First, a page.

Laboratory Genetics | Celebrating BWC Spirit

Celebrating BWC Spirit

BWC Spirit Logo We are highlighting the amazing things our colleagues have done and achieved during the pandemic.

Our teams have bravely stood by the side of our patients, changed how they have worked to keep key and emergency services running and gone beyond the Trust to help colleagues in other parts of the NHS.

They have done so with an approach and spirit that is uniquely BWC and we want to celebrate that and what has been achieved.

From frontline clinical colleagues to our unseen and often unsung heroes in labs, offices and in our corridors - everyone has had a part to play and we’re sharing some of their stories over the next two weeks.

If you would like to thank individuals or teams either by sharing some kind words, pictures or a short video we would love to see them. You can submit your messages, pictures or videos by emailing

Laboratory Genetics

Lab Genetics  By Paul Caldwell, General Manager, Laboratory Genetics

What was the hardest part of the pandemic?

We are a relatively large team of over 300 team members working in very different environments.

Adapting all of the changing advice and guidance in estate and quite specific IT needs, neither designed for a pandemic needs was really challenging.

There are two main parts to the whole Laboratory Team – Technical and Scientific.

The Technical team (on the whole) cannot work remotely. They had to work on site, quite close to each other, in times we were being told space is needed. They adapted very quickly by introducing new shift patterns, new working practices. They absolutely smashed it. The team have been able to maintain near pre-pandemic levels of activity throughout all of this time.

The scientific team are very IT dependant. Creating space and working remotely with limited software licences, single screens when we are still so dependent on paper referrals was hugely challenging. Able to complete part of their job remotely and then waiting until they were on site to check the paper elements must have been incredibly frustrating.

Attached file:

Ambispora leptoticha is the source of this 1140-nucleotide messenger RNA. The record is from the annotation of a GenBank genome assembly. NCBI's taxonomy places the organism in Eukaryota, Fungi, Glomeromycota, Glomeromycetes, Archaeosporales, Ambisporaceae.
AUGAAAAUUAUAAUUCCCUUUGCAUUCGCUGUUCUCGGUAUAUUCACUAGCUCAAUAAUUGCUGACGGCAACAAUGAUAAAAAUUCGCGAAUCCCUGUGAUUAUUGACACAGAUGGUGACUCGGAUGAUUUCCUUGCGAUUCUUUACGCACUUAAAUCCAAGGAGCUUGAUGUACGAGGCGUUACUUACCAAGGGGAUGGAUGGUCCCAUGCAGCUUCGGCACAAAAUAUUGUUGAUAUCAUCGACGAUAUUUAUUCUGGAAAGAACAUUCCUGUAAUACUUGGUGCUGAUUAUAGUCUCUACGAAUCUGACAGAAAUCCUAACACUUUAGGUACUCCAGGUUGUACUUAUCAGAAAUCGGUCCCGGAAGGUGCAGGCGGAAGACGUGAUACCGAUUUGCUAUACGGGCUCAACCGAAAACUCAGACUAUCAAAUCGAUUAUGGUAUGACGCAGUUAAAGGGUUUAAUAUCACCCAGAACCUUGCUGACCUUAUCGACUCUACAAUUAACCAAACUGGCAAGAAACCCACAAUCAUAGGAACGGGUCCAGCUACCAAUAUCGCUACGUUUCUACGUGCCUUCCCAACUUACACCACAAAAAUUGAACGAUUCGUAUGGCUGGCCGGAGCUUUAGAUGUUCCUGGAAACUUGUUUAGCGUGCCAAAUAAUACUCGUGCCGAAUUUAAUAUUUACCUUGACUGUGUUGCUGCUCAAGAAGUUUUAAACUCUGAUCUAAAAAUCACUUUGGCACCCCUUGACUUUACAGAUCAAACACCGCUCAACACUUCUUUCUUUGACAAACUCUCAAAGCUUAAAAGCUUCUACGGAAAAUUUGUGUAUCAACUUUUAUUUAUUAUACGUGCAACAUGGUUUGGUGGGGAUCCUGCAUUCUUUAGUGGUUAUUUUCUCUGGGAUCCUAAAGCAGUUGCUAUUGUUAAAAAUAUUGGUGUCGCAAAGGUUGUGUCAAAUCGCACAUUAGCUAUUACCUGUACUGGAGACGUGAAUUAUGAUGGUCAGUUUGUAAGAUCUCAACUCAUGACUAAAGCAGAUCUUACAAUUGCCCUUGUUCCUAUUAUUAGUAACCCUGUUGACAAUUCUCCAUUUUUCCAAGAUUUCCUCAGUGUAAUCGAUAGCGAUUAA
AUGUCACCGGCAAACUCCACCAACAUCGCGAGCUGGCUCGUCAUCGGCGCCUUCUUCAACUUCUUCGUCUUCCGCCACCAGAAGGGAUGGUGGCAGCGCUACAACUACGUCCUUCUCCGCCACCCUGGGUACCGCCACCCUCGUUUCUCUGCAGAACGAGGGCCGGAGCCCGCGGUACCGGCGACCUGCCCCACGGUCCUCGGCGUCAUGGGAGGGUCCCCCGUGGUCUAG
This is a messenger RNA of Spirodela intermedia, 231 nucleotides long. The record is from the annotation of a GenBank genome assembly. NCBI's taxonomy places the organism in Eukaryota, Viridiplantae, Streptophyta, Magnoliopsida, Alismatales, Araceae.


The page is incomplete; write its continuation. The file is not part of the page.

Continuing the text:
In a service that is rapidly expanding, requiring significant staffing growth, supporting new starters to be embedding into the team and to train existing staff on new technologies and processes has been unfathomably challenging. 

The patients and families that have benefitted from the teams commitment and flexibility are practically unquantifiable.

Lab Genetics team members How did you cope?

Frequent check -ins with teams, great leadership from each of the different hubs and programs

Lots of communication, a lot of focus on reassurance and it’s ok not to be ok. We had excellent sharing of ideas across the division, concerns and feeding back to staff groups at every opportunity. 

What did you learn?

For a department that are required to be governed by SOPs, documents, guidance etc those early days where the team were adapting and changing so quickly and safely shows that we may have become a little too “bureaucratic” – we are trying very hard to keep some of that flexibility and adaptability alive…(whilst keeping UKAS happy).

How do you think it changed the team?

We are even more committed than before to get rid of the paper that we are so reliant on!!!!!

Beyond your team, who has inspired you during the pandemic?

Dr Jim Gray….and his wider team.

The clarity of advice and guidance, the speed that he provided tailored advice and the relaxed approach whilst in the eye of the storm – the guy deserves a medal! 

Laboratory genetics team members


Lab genetics team members car park

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